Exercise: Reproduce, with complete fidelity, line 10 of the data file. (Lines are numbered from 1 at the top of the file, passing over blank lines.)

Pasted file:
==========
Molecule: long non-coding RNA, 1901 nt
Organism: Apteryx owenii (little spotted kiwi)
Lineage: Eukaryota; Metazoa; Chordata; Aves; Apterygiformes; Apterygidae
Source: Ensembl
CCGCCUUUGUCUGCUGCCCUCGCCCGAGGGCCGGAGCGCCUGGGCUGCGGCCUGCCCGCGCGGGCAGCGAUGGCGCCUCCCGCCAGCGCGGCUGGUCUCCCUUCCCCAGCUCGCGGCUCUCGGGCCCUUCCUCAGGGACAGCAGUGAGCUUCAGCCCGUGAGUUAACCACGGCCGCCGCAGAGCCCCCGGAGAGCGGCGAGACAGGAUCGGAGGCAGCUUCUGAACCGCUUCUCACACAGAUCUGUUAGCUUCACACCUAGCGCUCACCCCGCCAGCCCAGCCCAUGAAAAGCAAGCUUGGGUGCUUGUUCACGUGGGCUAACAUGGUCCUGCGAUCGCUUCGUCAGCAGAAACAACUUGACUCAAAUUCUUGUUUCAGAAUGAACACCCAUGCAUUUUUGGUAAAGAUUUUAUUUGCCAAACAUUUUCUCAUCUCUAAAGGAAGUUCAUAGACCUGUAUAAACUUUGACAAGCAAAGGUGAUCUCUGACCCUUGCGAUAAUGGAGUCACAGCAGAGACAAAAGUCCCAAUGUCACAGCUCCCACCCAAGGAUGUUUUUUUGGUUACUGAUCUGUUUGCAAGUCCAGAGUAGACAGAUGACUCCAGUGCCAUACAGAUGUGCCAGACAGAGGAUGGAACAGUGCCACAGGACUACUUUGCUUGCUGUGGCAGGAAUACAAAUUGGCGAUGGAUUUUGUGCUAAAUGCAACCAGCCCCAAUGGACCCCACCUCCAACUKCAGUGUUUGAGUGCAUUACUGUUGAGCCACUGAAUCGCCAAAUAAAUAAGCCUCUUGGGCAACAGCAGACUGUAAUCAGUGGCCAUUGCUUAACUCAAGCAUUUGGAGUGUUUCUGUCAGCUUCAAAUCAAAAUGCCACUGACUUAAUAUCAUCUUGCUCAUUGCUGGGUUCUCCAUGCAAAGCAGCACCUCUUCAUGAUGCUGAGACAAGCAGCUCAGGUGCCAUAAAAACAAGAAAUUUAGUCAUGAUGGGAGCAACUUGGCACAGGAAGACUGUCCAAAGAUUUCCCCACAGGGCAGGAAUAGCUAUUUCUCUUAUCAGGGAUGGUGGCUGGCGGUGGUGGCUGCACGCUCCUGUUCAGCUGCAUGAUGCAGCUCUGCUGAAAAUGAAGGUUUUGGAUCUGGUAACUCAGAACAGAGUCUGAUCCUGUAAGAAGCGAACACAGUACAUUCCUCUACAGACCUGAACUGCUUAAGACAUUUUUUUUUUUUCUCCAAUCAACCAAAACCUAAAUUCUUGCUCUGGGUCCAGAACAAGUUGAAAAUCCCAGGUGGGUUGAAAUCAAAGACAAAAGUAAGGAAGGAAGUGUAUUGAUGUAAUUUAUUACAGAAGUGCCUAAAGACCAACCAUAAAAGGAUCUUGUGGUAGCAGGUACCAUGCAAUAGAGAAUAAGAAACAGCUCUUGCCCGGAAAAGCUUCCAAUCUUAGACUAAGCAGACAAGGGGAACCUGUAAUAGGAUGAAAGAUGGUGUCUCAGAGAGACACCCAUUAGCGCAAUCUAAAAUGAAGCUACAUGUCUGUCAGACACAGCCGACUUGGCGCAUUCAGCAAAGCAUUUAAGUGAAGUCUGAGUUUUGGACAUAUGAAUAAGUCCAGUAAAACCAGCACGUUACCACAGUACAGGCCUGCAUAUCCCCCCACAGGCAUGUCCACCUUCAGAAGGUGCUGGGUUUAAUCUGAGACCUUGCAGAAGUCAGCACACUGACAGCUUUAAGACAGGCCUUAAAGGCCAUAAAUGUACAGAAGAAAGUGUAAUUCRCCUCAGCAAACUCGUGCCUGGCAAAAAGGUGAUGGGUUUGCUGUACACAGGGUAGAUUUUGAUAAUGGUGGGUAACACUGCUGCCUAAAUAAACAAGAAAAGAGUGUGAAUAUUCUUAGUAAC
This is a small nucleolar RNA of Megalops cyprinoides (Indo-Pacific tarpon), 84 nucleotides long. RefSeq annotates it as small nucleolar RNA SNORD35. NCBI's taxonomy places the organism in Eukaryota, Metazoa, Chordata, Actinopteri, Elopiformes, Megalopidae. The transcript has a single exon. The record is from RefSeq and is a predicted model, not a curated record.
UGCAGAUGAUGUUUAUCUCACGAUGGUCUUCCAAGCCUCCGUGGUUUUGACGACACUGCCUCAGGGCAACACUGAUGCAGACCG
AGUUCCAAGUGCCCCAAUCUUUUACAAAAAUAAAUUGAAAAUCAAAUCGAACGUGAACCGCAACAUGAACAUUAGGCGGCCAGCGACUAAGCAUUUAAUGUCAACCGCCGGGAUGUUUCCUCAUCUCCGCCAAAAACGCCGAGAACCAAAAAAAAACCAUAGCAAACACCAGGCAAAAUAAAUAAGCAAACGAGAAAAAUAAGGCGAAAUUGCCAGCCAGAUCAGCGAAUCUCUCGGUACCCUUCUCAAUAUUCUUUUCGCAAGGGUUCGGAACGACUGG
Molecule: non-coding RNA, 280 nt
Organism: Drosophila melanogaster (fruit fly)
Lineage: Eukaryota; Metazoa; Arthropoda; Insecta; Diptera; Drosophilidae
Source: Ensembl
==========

Organism: Drosophila melanogaster (fruit fly)